Corrective Education Company has been accused of railroading shoplifting suspects into admitting guilt and paying up to $500 to avoid store security contacting law enforcement, and the lawsuit even refers to Walmart as a "co-conspirator" in the extortion scheme. Needless to say, you might not want to use CEC to battle shoplifting in your store. So here are five other options:

Theranos Charged With 'Massive Fraud' by SEC

The once promising blood-testing company, Theranos, has been charged with fraud by the Securities and Exchange Commission. The company, its CEO, and its president were accused of misleading investors and raising hundreds of millions of dollars by making false or exaggerated claims in defiance of the anti-fraud provisions of federal securities laws.

While the SEC is still pursuing its charges against Theranos' former president Ramesh Balwani, the company and CEO Elizabeth Holmes have resolved their charges, with Holmes being stripped of control, among other penalties.

If you were just getting your cannabiz off the ground, yesterday's news might've been quite the buzzkill. Attorney General Jeff Sessions rescinded several Obama-era directives curtailing enforcement of federal prohibitions on the possession and sale of marijuana.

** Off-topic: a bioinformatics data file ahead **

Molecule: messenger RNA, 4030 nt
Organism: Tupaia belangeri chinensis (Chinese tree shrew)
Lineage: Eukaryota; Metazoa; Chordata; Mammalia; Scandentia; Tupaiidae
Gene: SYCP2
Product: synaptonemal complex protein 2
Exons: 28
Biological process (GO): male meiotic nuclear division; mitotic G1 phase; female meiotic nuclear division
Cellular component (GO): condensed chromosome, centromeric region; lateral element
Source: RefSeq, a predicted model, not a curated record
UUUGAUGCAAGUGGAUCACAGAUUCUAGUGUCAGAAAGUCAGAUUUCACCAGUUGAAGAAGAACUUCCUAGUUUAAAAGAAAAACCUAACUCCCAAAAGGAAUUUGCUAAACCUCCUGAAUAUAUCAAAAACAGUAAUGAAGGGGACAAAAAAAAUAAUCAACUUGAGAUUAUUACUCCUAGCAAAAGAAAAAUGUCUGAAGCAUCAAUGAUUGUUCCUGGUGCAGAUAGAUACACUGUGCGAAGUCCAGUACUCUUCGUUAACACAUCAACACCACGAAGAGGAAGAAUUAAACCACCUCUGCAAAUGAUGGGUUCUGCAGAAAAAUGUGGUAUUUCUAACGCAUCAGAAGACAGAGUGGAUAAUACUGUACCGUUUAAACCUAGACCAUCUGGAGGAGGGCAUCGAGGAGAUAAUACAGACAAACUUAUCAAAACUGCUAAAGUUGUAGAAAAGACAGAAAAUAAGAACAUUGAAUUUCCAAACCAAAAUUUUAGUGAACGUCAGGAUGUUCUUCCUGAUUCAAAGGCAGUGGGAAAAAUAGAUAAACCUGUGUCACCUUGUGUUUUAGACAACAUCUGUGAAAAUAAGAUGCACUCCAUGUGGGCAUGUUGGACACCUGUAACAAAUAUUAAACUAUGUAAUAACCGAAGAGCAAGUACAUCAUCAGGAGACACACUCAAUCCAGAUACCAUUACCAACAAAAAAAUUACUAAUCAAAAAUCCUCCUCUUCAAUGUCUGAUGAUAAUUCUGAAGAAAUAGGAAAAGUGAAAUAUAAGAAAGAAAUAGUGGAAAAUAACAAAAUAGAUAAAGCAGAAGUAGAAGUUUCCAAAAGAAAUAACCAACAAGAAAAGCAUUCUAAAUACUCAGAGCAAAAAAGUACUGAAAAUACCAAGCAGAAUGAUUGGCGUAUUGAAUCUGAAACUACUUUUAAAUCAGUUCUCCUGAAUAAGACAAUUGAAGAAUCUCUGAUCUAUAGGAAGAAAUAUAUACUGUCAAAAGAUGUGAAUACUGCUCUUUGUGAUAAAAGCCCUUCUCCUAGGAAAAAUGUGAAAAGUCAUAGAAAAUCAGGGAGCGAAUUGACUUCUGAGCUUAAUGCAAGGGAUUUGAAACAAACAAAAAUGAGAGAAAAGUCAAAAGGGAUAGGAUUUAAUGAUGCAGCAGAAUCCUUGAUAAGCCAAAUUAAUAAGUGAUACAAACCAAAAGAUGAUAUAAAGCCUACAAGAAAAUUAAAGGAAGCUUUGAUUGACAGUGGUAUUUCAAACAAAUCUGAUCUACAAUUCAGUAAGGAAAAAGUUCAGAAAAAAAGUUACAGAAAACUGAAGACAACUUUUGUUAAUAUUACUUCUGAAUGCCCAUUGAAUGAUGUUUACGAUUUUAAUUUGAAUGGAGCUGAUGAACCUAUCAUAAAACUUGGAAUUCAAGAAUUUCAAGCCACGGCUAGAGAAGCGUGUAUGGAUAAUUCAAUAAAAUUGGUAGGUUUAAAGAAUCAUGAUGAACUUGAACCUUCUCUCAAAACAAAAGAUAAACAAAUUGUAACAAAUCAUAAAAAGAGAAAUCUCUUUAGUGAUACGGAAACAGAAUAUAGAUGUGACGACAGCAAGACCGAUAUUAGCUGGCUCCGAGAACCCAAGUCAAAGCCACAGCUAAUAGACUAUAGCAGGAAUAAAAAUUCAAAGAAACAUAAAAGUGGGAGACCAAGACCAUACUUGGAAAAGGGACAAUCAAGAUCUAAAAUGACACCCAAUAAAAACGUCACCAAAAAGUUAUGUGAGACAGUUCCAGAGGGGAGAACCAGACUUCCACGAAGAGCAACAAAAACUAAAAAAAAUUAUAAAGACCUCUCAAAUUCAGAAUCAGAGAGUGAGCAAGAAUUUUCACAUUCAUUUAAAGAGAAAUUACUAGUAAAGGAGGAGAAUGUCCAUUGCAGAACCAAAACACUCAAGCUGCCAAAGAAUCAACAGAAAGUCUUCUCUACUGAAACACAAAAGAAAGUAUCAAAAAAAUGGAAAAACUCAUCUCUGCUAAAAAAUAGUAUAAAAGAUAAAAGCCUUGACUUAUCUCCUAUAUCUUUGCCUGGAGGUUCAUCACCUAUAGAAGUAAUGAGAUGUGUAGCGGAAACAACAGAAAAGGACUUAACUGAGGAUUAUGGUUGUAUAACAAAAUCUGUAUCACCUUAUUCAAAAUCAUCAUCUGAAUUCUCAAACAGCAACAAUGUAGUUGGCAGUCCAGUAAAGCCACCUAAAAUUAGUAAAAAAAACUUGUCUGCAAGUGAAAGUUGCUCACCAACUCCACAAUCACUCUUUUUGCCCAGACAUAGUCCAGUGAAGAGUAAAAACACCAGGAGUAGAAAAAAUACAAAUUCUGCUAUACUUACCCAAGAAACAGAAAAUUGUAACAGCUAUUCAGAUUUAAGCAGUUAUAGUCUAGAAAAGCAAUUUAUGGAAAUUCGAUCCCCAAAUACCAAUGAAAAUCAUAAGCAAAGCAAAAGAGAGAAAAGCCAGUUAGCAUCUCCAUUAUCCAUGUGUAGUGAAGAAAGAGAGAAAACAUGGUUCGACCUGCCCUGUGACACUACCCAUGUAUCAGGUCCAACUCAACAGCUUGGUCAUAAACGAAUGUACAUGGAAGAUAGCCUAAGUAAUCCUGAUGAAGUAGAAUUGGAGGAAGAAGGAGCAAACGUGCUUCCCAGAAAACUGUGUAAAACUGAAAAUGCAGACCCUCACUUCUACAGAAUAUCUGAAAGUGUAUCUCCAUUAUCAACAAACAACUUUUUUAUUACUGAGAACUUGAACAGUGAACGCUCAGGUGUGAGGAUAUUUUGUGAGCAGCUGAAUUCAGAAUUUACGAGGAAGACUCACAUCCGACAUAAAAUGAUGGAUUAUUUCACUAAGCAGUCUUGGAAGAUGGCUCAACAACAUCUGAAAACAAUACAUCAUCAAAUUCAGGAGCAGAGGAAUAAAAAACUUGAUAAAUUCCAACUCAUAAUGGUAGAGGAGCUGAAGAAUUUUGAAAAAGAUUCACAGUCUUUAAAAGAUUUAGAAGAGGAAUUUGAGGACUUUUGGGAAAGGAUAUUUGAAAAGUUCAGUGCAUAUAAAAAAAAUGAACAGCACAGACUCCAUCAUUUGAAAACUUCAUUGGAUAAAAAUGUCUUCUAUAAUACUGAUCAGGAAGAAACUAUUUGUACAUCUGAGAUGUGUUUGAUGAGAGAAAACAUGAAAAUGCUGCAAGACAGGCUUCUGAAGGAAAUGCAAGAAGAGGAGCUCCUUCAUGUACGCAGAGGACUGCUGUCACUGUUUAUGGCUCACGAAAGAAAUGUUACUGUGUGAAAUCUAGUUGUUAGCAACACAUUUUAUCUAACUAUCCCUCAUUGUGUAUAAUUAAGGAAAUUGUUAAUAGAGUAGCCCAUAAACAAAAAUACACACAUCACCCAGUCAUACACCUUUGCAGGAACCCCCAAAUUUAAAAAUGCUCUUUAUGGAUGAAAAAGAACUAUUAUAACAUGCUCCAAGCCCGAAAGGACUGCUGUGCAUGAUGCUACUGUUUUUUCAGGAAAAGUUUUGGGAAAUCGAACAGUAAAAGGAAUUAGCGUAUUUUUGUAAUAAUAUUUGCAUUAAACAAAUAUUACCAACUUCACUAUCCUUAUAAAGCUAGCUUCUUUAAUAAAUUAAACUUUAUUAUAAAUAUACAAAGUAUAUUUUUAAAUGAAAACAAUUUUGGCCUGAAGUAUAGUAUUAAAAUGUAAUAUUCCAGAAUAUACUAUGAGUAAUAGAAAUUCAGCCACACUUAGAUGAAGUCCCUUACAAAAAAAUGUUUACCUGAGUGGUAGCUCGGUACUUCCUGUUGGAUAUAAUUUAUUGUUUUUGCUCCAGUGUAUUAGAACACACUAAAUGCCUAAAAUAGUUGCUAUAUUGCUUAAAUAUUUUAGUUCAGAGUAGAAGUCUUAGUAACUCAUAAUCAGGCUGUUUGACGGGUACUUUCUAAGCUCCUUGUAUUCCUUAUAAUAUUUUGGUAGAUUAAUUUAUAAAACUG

The memo directs U.S. Attorneys to "enforce the laws enacted by Congress and to follow well-established principles when pursuing prosecutions related to marijuana activities." So does this mean the feds are going to be raiding sellers in weed-legal states?

When most of us think "human trafficking," we think of semi trucks loaded with immigrants, some tragically not surviving the journey. We're generally not thinking about $700/night Ritz-Carlton hotels in Beaver Creek, Colorado.

But human trafficking has many different faces, requiring many different people to be vigilant in the fight against it. Recently, the focus has turned to training employees and managers in restaurants, hotels, and others in the hospitality industry to prevent, spot, and report human trafficking. Here's why: